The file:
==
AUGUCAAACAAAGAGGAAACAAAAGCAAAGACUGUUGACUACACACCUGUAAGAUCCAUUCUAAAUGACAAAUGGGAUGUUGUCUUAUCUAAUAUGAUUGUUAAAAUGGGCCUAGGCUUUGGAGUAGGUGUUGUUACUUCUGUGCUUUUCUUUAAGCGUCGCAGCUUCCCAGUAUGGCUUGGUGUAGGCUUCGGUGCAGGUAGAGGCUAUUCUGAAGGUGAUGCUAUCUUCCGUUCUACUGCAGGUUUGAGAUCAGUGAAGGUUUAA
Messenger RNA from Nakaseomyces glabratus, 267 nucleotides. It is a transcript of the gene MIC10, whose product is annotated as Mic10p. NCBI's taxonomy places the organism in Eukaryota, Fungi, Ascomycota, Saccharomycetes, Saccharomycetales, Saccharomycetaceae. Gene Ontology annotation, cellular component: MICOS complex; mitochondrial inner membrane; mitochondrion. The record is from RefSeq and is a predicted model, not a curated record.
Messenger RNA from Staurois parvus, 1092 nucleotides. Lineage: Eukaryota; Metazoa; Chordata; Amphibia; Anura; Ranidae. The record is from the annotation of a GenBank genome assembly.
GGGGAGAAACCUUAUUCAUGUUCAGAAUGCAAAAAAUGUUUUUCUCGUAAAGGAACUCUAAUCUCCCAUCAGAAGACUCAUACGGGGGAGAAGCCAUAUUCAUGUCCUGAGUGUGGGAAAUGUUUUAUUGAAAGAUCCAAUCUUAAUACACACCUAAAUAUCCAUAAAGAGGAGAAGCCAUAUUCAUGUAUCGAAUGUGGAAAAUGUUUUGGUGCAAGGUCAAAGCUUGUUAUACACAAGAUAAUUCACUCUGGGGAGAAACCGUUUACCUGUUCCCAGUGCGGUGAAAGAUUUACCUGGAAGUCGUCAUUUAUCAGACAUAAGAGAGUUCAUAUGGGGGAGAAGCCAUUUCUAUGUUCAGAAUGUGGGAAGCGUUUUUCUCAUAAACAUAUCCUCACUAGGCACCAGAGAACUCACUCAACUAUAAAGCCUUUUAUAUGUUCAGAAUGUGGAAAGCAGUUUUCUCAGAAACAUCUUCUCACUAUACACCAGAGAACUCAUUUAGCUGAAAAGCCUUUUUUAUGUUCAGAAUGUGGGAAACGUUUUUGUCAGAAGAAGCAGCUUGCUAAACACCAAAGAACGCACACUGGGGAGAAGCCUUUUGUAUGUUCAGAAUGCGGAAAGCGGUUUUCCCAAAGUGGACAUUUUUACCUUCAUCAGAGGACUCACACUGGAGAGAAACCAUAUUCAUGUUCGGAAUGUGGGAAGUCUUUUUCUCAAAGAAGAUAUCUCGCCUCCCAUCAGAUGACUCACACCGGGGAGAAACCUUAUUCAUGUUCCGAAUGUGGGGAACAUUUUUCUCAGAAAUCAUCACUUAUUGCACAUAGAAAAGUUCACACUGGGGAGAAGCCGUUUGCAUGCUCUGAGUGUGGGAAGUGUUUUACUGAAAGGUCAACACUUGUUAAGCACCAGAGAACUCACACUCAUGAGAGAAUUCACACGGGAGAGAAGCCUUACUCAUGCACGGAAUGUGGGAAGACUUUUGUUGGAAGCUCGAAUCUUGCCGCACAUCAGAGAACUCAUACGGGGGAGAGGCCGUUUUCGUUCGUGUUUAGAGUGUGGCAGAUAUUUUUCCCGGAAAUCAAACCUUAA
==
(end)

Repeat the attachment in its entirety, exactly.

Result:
AUGUCAAACAAAGAGGAAACAAAAGCAAAGACUGUUGACUACACACCUGUAAGAUCCAUUCUAAAUGACAAAUGGGAUGUUGUCUUAUCUAAUAUGAUUGUUAAAAUGGGCCUAGGCUUUGGAGUAGGUGUUGUUACUUCUGUGCUUUUCUUUAAGCGUCGCAGCUUCCCAGUAUGGCUUGGUGUAGGCUUCGGUGCAGGUAGAGGCUAUUCUGAAGGUGAUGCUAUCUUCCGUUCUACUGCAGGUUUGAGAUCAGUGAAGGUUUAA
Messenger RNA from Nakaseomyces glabratus, 267 nucleotides. It is a transcript of the gene MIC10, whose product is annotated as Mic10p. NCBI's taxonomy places the organism in Eukaryota, Fungi, Ascomycota, Saccharomycetes, Saccharomycetales, Saccharomycetaceae. Gene Ontology annotation, cellular component: MICOS complex; mitochondrial inner membrane; mitochondrion. The record is from RefSeq and is a predicted model, not a curated record.
Messenger RNA from Staurois parvus, 1092 nucleotides. Lineage: Eukaryota; Metazoa; Chordata; Amphibia; Anura; Ranidae. The record is from the annotation of a GenBank genome assembly.
GGGGAGAAACCUUAUUCAUGUUCAGAAUGCAAAAAAUGUUUUUCUCGUAAAGGAACUCUAAUCUCCCAUCAGAAGACUCAUACGGGGGAGAAGCCAUAUUCAUGUCCUGAGUGUGGGAAAUGUUUUAUUGAAAGAUCCAAUCUUAAUACACACCUAAAUAUCCAUAAAGAGGAGAAGCCAUAUUCAUGUAUCGAAUGUGGAAAAUGUUUUGGUGCAAGGUCAAAGCUUGUUAUACACAAGAUAAUUCACUCUGGGGAGAAACCGUUUACCUGUUCCCAGUGCGGUGAAAGAUUUACCUGGAAGUCGUCAUUUAUCAGACAUAAGAGAGUUCAUAUGGGGGAGAAGCCAUUUCUAUGUUCAGAAUGUGGGAAGCGUUUUUCUCAUAAACAUAUCCUCACUAGGCACCAGAGAACUCACUCAACUAUAAAGCCUUUUAUAUGUUCAGAAUGUGGAAAGCAGUUUUCUCAGAAACAUCUUCUCACUAUACACCAGAGAACUCAUUUAGCUGAAAAGCCUUUUUUAUGUUCAGAAUGUGGGAAACGUUUUUGUCAGAAGAAGCAGCUUGCUAAACACCAAAGAACGCACACUGGGGAGAAGCCUUUUGUAUGUUCAGAAUGCGGAAAGCGGUUUUCCCAAAGUGGACAUUUUUACCUUCAUCAGAGGACUCACACUGGAGAGAAACCAUAUUCAUGUUCGGAAUGUGGGAAGUCUUUUUCUCAAAGAAGAUAUCUCGCCUCCCAUCAGAUGACUCACACCGGGGAGAAACCUUAUUCAUGUUCCGAAUGUGGGGAACAUUUUUCUCAGAAAUCAUCACUUAUUGCACAUAGAAAAGUUCACACUGGGGAGAAGCCGUUUGCAUGCUCUGAGUGUGGGAAGUGUUUUACUGAAAGGUCAACACUUGUUAAGCACCAGAGAACUCACACUCAUGAGAGAAUUCACACGGGAGAGAAGCCUUACUCAUGCACGGAAUGUGGGAAGACUUUUGUUGGAAGCUCGAAUCUUGCCGCACAUCAGAGAACUCAUACGGGGGAGAGGCCGUUUUCGUUCGUGUUUAGAGUGUGGCAGAUAUUUUUCCCGGAAAUCAAACCUUAA